I have received this question from a reader: What can I do if I believe that my brother used undue influence on our 95-year-old mother to get her to amend her trust? He took her to a lawyer to change the original trust, which split everything evenly between my brother and me. The new trust now goes to him and then to his kids. My mother began experiencing dementia three years ago. Before this, she always treated everyone in the family equally. He also had her sign a power of attorney and hasn’t let me see or speak to her for two years.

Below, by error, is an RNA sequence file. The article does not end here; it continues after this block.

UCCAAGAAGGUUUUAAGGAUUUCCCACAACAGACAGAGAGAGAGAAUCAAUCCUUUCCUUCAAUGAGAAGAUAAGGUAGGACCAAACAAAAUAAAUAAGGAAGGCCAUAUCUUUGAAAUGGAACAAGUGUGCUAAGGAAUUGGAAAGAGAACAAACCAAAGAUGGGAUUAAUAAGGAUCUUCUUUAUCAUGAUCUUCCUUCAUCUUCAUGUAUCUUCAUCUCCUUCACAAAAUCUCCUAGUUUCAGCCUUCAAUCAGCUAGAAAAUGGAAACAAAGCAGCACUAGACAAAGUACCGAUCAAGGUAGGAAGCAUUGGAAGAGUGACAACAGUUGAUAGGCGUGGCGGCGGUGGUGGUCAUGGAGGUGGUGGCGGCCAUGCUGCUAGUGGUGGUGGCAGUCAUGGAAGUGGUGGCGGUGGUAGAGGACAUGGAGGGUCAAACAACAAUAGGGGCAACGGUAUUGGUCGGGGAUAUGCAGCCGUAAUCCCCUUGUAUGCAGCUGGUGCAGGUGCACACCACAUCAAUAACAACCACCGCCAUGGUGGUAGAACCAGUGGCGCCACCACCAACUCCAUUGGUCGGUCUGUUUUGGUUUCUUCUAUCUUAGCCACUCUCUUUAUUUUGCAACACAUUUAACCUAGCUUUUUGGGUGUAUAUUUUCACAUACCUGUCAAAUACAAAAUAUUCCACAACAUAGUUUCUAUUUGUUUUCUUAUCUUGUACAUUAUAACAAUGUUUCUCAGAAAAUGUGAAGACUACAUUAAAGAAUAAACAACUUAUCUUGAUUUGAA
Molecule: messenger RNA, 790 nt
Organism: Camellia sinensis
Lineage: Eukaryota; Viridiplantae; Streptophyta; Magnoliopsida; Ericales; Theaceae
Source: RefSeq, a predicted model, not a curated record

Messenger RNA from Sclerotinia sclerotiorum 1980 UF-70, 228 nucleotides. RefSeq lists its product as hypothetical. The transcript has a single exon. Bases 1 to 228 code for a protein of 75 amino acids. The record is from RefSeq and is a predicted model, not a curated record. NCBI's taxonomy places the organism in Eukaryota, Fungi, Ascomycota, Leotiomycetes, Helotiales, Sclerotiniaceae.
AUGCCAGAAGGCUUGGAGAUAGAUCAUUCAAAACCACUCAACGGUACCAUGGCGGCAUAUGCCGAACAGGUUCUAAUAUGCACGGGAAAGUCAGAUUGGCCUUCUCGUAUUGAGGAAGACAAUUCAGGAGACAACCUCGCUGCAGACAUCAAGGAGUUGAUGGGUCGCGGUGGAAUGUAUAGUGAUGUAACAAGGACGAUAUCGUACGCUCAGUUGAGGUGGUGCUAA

You can certainly challenge the new estate plan. The question is whether it is easier to do it now or after your mother’s death. To do it now, you would probably need to seek a conservatorship over your mother. This would likely be very expensive, but it would help you preserve the evidence of your mother’s weakened cognitive ability and your brother’s influence over her. The other approach is to wait until after your mother passes away and then challenge the trust through your mother’s estate by asking to be appointed as her personal representative. While the trust is not a probate asset, as personal representative you would have standing to question the recent change. You may also have standing as a beneficiary of the original trust. This also is likely to be an expensive, difficult litigation. One potential advantage of pursuing the case after your mother’s death is that it would be easier to find a lawyer who would take the case on a contingency basis, at least if there’s enough at stake to make it worth the lawyer’s effort.